In summary, to model things properly – be it a simple proxy or something more granular and exact- one needs a setup that can dynamically configure the users ‘modelling choices and data mapping logic’. And as market conditions and data availability evolves over time, one should have a system that can adapt. Both Alveo and Red Swan allow the users to control their model and data mapping choices in a very flexible, transparent, user-friendly, and visual way. This doesn’t’ just help you during a setup or implementation phase but perhaps, more importantly, it drastically improves your ever-evolving modelling choices and (proxy) coverage over time as well as ongoing operational efficiencies. In short, it enables greater control over your model risk management.

Alveo Blog Data Governance

7 Data Sins Series: Serving Multiple Masters

There are different paradoxes in data management. One is that, quite often, firms have multiple different “master” databases for their price data, their customer data and the terms and conditions of the products they invest in, trade or issue. The record we have seen is a firm that had 32 different widely used databases just to keep financial product terms and conditions. And this is not even counting a large number of small local databases and spreadsheets that also stored some of this information.

The “sin” here is clear: avoid the redundant storing of information! Having multiple places where you store information leads to the need to reconcile and cross-compare and, in general, causes uncertainty as to the validity of data points. At best, you could hope to be consistent across your different databases. But at what cost?

There have been several reasons why firms set up multiple databases with essentially the same data:

  • Decision making and budgeting across departmental lines made it easier to do something at the local level rather than establishing firm-wide services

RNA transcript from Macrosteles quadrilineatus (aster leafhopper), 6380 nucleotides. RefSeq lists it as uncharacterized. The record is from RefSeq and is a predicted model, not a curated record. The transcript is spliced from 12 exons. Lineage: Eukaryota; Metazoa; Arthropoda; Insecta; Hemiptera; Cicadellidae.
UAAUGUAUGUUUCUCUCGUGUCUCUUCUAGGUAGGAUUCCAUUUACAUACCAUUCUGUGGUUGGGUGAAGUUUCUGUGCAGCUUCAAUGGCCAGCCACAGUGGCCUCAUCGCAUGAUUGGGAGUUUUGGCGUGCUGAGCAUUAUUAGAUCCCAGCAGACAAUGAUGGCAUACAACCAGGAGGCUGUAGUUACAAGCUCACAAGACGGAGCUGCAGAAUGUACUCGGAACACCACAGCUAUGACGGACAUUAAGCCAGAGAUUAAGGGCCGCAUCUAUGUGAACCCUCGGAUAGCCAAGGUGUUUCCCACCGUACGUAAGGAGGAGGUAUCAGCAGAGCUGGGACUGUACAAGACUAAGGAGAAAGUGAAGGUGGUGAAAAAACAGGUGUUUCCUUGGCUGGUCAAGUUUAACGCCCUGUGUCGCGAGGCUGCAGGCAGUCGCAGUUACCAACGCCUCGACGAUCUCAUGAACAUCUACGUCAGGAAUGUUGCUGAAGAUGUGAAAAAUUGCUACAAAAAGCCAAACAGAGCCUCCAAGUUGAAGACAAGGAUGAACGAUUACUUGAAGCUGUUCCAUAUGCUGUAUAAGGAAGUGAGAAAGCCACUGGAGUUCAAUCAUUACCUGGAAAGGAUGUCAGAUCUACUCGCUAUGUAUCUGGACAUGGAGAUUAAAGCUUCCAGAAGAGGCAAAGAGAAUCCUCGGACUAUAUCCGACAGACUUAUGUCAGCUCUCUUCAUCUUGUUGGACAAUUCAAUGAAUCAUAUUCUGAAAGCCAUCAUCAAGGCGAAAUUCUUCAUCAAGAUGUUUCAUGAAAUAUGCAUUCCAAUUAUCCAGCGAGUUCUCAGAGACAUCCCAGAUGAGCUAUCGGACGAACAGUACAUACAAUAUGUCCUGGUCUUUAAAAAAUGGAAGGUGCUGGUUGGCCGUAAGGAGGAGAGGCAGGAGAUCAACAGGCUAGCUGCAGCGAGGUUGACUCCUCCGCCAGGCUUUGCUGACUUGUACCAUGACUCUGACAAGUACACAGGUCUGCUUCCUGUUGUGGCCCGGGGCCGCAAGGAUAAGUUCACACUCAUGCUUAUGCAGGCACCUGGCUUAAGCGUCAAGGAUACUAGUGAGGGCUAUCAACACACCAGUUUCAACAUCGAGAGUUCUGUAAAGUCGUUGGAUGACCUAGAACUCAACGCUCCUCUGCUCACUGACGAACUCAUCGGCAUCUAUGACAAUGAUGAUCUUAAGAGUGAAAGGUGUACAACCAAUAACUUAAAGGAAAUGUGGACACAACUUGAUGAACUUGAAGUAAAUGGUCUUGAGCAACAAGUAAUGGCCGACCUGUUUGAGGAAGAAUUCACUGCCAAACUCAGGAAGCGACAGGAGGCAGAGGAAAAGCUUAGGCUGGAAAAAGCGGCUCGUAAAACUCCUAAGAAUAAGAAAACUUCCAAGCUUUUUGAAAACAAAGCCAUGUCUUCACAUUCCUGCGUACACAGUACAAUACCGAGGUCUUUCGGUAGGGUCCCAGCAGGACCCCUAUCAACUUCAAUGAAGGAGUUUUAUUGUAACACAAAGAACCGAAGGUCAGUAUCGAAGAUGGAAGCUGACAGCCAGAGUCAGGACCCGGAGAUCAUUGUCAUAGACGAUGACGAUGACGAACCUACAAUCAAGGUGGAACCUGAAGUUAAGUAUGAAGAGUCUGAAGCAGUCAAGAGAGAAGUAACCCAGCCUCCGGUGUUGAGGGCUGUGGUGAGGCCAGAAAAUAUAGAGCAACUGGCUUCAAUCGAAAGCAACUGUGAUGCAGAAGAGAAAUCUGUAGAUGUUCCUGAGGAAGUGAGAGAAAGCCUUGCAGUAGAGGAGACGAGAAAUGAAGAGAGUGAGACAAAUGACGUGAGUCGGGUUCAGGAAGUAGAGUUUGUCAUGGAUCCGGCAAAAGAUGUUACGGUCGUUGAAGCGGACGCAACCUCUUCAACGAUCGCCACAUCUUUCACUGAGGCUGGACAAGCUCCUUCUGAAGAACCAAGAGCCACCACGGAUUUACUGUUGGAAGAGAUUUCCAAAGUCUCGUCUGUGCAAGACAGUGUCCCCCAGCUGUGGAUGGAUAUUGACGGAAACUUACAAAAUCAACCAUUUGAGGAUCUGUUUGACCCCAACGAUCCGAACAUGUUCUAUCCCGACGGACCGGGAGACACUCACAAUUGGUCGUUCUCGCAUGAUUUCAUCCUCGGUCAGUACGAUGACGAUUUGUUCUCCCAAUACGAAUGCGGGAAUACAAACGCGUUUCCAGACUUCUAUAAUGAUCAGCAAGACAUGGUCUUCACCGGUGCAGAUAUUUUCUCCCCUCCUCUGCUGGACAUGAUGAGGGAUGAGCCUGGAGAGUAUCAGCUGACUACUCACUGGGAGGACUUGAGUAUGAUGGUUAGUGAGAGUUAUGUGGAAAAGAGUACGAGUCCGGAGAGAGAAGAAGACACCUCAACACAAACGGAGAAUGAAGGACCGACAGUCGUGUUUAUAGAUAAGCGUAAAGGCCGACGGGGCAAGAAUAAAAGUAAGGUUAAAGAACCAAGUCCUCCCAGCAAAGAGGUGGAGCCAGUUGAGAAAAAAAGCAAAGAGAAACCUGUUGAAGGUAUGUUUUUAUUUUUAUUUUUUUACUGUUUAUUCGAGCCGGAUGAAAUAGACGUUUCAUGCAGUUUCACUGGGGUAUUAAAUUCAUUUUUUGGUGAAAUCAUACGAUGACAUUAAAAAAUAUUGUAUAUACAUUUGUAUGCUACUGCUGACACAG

• Lack of sound data governance and the tracking of metadata historically made it difficult to track permissions and data usage when consolidating onto a single database or single (external) service
  • Departments often added their own custom fields to their datasets, which could be specific identifiers for homegrown applications, specific product taxonomies, industry classifications or derived data elements.
  • Departments may have wanted privileged access to a dataset or may have had performance concerns that caused them to have their own local copy.

Needless to say, departments that rely the most on aggregated, enterprise-wide information such as the risk and finance departments have suffered the most from a fragmented approach to data management and data storage causing endless rework, reconciliation and verification of data sets.

Setting up departmental level stores of data may have made some sense ten or even five years ago.

However, with today’s managed data services this is no longer needed and here’s why:

  • Managed data services have come a long way in offering concrete business user enablement and easy data access via browsers, enterprise search, easy integration into user workflows and APIs for those needing programmatic access.
  • Today’s managed data services include a comprehensive approach to tracking metadata including permissions, usage rights, quality checks performed and data lineage information – which provides a full explanation of what sources, formulas or human actions led to a certain data value.
  • New cloud-based services provide the required scalability and uptime requirements to serve different departments.
  • Providers such as Alveo via their Business Domain Models provide the capability of using a firmwide data set with different local requirements to cater to idiosyncratic needs – all in the same service.

Keeping data stored in redundant copies may have made sense at some point to prevent resource conflicts and stop applications or users from waiting for access. However, the flipside of different master databases also means redundant entry points of commercial data feeds into organizations – often leading to avoidable data spend. In our experience, teams can best be connected through shared and transparent data assets, that easily integrate into their existing workflows with the capability to augment data sets to cater to local requirements. Our PaSS managed data service does exactly that.

Alveo Blog Data Governance

7 Data Sins Series: Achieving and keeping Data Quality from one-off to a continuous process

Moderator: Alexis Bisagni

Speaker: Boyke Baboelal

As a continuation of our 7 Data Sins series, Boyke Baboelal, Strategic Solutions Director in the Americas speaks with Alexis Bisagni about data quality and whether it’s a continuous fight against uncertainty. This surprise factor in data can arise from poor data quality management, and not keeping track of metadata such as changes, permissions, and quality checks.

Q: Leaning on your experience in financial data management – what have you observed with respect to data quality efforts? (Timemarker 2:00)